Because his name sounded British, Jonathan Adagogo Green was able to secure well-paid jobs from the highly placed British colonial officers in Southern Nigeria. Green was one of the first and best African photographers who also took advantage of his wealthy father’s connection to obtain even more jobs.
Family Life and Education
As the first professional photographer of Nigerian birth, Jonathan Adagogo Green’s works can be seen as an important voice for Nigeria’s early modernist art movement. Moreover, his photography reveals that he was straddling two worlds; one, as an Ibani young man born into an elite trading family, and the other, as the chief photographer for the British as they laid the foundation for the newly formed colony of Nigeria.
Adagogo Green was of noble stock; son of a High Chief of a prominent Bonny House. He was well-educated and socially very confident, all of which can be glimpsed from his body of work.
He studied photography in Sierra Leone and then established a studio in Bonny and became one of the most prolific and accomplished indigenous photographers to be active in West Africa.
Green was unquestionably Nigeria’s first Master Photographer and Artist Photographer. He definitely had a calling; which was, to properly document the whole spectrum of political, commercial/industrial, and social life around him. He used his medium and profession to the highest levels and responsibly, as a sensitive human being, to observe and document his environment, the people, and their activities, for posterity. He was indeed a pioneer in this genre and volume of documentation.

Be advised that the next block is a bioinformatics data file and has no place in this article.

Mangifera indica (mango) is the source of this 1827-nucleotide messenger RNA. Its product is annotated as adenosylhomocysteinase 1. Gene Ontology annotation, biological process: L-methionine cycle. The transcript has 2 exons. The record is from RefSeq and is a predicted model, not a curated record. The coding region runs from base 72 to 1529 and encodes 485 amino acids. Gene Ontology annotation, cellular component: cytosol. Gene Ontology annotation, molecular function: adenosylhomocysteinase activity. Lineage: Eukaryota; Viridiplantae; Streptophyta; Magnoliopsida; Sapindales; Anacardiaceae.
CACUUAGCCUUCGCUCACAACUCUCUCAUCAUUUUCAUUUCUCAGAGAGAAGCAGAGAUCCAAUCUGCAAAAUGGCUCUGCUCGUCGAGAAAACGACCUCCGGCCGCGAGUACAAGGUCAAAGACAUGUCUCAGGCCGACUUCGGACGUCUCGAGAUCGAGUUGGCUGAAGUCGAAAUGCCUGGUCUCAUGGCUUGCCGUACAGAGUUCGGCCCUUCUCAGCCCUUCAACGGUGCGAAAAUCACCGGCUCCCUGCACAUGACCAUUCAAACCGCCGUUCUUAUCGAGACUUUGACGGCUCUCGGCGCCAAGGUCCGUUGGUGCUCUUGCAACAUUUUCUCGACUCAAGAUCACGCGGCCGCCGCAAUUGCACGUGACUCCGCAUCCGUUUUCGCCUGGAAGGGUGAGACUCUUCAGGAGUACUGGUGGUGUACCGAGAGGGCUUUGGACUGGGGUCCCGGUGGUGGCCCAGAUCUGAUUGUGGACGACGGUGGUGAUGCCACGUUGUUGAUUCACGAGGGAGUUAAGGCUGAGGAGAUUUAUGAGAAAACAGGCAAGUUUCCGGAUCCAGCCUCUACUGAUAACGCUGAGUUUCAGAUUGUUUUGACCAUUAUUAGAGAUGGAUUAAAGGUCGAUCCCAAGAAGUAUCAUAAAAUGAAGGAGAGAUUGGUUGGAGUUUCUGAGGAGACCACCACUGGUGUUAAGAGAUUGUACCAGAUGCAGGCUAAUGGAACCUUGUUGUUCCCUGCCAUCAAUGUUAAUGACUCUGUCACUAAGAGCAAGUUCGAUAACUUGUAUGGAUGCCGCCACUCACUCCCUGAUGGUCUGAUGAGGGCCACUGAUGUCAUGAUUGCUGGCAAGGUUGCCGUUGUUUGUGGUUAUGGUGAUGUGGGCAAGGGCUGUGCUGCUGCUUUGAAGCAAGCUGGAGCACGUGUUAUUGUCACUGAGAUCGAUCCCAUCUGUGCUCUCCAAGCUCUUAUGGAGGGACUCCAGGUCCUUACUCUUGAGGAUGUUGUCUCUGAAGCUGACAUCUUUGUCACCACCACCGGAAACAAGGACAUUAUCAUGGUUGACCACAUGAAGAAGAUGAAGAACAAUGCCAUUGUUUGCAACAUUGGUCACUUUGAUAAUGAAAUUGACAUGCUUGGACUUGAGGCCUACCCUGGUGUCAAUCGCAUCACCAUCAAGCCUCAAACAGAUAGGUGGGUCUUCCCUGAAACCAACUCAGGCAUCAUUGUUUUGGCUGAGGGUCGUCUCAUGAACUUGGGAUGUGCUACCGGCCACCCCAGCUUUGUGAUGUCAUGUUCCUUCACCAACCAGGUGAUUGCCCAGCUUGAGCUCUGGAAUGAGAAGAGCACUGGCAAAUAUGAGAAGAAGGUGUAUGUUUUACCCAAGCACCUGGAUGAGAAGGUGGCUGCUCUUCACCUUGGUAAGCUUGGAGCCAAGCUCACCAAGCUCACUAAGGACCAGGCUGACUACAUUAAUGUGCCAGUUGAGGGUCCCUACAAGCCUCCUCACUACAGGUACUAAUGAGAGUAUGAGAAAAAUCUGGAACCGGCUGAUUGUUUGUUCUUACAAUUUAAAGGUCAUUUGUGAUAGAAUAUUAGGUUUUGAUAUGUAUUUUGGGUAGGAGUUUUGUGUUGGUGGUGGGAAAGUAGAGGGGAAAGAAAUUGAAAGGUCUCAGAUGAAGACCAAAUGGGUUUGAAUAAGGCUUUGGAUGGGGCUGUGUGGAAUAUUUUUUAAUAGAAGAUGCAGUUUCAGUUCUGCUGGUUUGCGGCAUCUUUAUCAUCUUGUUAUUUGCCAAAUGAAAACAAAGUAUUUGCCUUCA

Jonathan Adagogo Green was also responsible for the now very famous photograph of Oba Ovonramwen of Benin on the navy ship (SS Ivy) taking him into exile in 1897, while it was anchored off the Bonny River en route Calabar.
Jonathan Adagogo Green’s Relationship With the British
At that time, the Ibani Ijaw town of Bonny was at the heart of maritime commerce, with the slave trade at its peak in the 18th Century and the palm oil trade dominating throughout the 19th Century.
Green’s photographic skills were in great demand and his business boomed at a time Bonny functioned as the administrative centre of the protectorate throughout the historical trajectory, putting him at the hub of British imperialist activity.
Death and Legacy
Some of his works are on display in the British Museum to this day and without his prolific portfolio, there definitely would be huge gaps in Nigeria’s recorded history.
Jonathan Adagogo Green died in 1905. He was 32. His remains lie in an all-marble tomb, imported from Belgium, in Bonny, present-day Rivers State.
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